Standard LambdaCDM cosmology involves a beginning of expansion (loosely called Big Bang) but it does not say what preceded that or what caused it. There are various inflation scenarios, but no preferred theory of what started it off.

    I don't know where you got the thing about the universe starting as "the size of an atom or less". Sounds like a popular science book.

    LambdaCDM is the preferred model, by far. It may be wrong (I am not claiming it is right.) But you can't reasonably say something else is preferred.

    It's OK to fantasize about Big Rip scenarios but don't say they are preferred or accepted by professionals. Everybody is free to fantasize however they want as long as they don't make unsubstantiated claims.

    Personally I like the quantum gravity Bounce model, as a picture of what was going on right before the beginning of expansion---or, in some versions, right before the beginning of inflation. This model is getting an increasing amount of attention in professional journals, in the past couple of years. You might say it is "the latest thing" in pre-Big-Bang theories.

    But because there are COMPETING pre-B-B theories and no single one is preferred or generally accepted, I have to avoid claiming that it's right. Two big names associated with this model are Bojowald and Ashtekar. Keep an eye out for their names, in whatever science news you read, if you want to follow that particular story. Or ask and I or somebody else will give you links to PF threads about their work.
    Last edited: Oct 22, 2007
  6. Oct 22, 2007 #5


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    CuriousGreg -- I mean no offense by this, but you need to take several steps backwards and work on understanding more elementary stuff.

    To get you started, I have two topics in classical mechanics you might want to look at:

    (1) Gallilean relativity -- the point is that things like velocity and kinetic energy are not 'absolute' quantities, but instead depend on your frame of reference.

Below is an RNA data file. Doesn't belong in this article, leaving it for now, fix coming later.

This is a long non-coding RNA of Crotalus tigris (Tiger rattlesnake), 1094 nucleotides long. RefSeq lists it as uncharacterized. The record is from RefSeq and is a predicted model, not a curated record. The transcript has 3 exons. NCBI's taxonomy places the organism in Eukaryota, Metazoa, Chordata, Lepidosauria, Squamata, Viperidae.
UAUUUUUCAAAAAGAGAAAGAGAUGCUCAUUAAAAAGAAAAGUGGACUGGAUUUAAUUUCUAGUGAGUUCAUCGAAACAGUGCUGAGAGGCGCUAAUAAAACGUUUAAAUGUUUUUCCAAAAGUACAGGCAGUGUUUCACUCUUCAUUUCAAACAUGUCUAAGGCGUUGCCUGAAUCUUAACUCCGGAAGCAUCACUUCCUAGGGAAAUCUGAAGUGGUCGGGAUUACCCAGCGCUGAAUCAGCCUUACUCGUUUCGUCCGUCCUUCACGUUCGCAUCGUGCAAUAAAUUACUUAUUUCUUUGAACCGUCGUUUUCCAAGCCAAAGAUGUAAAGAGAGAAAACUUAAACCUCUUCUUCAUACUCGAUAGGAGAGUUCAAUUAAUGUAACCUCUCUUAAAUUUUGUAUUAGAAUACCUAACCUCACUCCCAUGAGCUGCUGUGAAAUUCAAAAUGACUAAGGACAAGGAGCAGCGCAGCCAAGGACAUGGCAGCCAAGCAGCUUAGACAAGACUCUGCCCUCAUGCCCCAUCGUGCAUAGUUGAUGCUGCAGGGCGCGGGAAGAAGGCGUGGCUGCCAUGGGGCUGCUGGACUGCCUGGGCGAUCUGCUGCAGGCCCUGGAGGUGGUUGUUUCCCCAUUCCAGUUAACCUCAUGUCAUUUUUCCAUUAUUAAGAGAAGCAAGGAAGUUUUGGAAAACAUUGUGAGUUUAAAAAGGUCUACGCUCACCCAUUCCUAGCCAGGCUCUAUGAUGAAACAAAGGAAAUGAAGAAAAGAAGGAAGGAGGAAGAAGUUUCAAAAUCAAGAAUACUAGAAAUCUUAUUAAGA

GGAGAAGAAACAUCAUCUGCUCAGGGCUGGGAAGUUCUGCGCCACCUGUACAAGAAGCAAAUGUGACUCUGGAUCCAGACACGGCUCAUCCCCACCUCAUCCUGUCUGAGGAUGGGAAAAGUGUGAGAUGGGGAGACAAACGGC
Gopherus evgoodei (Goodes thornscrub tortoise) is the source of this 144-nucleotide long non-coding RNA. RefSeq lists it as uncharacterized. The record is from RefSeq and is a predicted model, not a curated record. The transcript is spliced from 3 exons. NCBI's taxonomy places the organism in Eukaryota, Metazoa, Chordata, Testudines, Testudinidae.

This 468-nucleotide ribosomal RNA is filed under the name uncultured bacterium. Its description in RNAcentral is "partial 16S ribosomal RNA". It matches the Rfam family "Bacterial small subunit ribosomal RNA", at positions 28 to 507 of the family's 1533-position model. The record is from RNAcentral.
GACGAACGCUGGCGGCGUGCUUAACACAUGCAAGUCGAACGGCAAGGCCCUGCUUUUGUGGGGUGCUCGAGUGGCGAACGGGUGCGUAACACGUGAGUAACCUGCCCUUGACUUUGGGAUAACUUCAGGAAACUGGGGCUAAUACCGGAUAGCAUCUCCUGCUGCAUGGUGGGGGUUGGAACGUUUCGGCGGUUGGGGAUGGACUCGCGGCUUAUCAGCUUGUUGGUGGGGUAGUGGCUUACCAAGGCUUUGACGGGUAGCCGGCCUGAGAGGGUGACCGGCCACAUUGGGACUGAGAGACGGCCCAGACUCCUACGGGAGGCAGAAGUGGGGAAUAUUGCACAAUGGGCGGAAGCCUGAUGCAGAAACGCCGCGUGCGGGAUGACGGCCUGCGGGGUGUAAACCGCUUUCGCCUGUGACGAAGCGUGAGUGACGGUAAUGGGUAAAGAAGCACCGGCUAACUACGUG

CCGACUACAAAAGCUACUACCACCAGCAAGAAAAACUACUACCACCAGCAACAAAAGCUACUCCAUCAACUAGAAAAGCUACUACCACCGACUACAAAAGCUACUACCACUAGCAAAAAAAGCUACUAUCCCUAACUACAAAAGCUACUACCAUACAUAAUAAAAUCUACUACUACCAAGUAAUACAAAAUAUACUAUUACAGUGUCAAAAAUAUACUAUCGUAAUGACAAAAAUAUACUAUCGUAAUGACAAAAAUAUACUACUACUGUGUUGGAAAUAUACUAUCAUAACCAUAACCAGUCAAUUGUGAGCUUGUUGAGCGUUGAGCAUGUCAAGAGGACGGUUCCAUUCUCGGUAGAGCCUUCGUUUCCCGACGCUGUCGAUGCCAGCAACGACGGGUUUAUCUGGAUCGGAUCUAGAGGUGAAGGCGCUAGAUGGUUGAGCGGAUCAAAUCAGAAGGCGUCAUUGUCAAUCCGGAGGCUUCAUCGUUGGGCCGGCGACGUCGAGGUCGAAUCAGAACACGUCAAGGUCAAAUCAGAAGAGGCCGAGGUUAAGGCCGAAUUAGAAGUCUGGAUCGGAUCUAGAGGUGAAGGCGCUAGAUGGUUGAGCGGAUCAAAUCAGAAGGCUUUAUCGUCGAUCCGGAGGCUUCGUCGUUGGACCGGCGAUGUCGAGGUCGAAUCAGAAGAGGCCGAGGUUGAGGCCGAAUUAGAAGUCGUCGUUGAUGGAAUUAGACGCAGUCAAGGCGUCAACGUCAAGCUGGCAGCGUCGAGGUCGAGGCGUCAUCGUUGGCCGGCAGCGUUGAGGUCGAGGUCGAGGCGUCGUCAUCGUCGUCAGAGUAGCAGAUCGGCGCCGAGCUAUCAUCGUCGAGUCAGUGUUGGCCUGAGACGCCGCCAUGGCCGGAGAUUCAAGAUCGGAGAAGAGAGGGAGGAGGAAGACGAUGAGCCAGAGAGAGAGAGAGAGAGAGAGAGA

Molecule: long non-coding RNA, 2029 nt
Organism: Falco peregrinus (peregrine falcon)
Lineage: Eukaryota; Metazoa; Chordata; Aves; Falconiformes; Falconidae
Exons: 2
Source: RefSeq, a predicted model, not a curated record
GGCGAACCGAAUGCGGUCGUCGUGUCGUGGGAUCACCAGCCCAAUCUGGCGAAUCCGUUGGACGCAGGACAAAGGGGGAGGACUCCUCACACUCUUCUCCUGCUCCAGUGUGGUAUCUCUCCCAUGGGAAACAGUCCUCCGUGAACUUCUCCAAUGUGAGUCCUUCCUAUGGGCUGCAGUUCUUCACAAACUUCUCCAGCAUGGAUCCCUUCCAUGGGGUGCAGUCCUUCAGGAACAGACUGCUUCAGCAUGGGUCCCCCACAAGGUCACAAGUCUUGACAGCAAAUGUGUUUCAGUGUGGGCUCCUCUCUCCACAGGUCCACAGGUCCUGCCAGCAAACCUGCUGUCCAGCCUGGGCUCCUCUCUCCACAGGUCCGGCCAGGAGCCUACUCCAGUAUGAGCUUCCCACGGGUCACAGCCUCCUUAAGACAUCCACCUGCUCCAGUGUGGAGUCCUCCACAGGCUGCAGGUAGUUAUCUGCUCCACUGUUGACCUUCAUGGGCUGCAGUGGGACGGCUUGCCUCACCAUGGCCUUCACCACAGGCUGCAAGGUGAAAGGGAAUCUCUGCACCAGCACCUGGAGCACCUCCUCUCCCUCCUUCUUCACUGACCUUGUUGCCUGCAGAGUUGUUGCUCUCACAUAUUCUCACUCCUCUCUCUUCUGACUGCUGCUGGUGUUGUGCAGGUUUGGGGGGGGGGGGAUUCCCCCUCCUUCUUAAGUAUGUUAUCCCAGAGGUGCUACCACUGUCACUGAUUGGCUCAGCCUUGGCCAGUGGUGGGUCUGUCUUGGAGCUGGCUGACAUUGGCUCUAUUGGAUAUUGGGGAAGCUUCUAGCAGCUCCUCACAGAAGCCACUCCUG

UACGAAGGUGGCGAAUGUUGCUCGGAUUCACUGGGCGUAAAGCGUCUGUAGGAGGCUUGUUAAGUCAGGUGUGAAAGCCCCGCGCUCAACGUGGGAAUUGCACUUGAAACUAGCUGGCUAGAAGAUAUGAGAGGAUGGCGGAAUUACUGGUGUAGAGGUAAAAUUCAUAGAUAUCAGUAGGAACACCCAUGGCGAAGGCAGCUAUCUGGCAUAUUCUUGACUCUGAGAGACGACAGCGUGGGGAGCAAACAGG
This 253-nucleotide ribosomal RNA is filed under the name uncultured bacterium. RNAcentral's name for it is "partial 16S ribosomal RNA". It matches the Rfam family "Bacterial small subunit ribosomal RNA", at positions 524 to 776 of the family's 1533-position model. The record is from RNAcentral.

(2) Basic thermodynamics -- the point being that notions like 'heat' are bulk properties of matter; they do not make sense for individual particles.
    Last edited: Oct 22, 2007
  7. Oct 22, 2007 #6
    re-Big Bang

    I wrote a supersymmetry theory, what say
    -the cause of Big Bang,
    -susy teleportation,
    -energy and charge breaking,
    -Goldstino as dark matter,

    The color broken QGP state in the Big Bang explains the near infinite energy and the mass of the universe. The break of color gives infinite potential energy for the not white state. If a lone color charge disappears today, the whole universe would turn into a not white QGP again, like 10^10 years ago in the Big Bang.
    The physicists do not use the bosonical superfield propagator to describe the superparticles, everyone calculate with the Feynman graphs. But the bosonical SUSY propagator contains a measurable quantum leap. The leap nature of SUSY transformations appears in the squark decay sq → G + q what should break the color.

    re-Big Bang:
    I find very interesting that a little charge breaking can cause infinite universe contraction and explosion. The disappearance of a lot of color particles give a white noise color and could give a quasi stable, quasi white state.
    The number of vertices relates to the number of discrete time shifts. The contraction continues until all baryon become QGP state. Until k or alpha strong >0 the hadrons move in the central color potential direction. This takes for long time (billions of years) if we collect all baryons. But it’s not a long time for the time shifted super particles.

    The article:


  8. Oct 26, 2007 #7

    Chris Hillman

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    Not so fast!

    Shouldn't this thread be in the cosmology forum?

    Several posters already pointed out various ways in which this characterization of what the Big Bang model postulates is incorrect, but apparently no-one mentioned the most basic: the BB model doesn't say the universe was "the size of an atom", it says that the content (matter, energy density of EM fields, and so on) of the universe was once much denser than it is today.

    This appears to reflect a common misconception which I don't wish to try to explain. Suffice it to say that understanding "kinetic energy in the large" is trickier in the context of gtr than in Newtonian physics.

    That does in fact sound somewhat similar to a somewhat less vague proposal of Roger Penrose.
    Last edited: Oct 26, 2007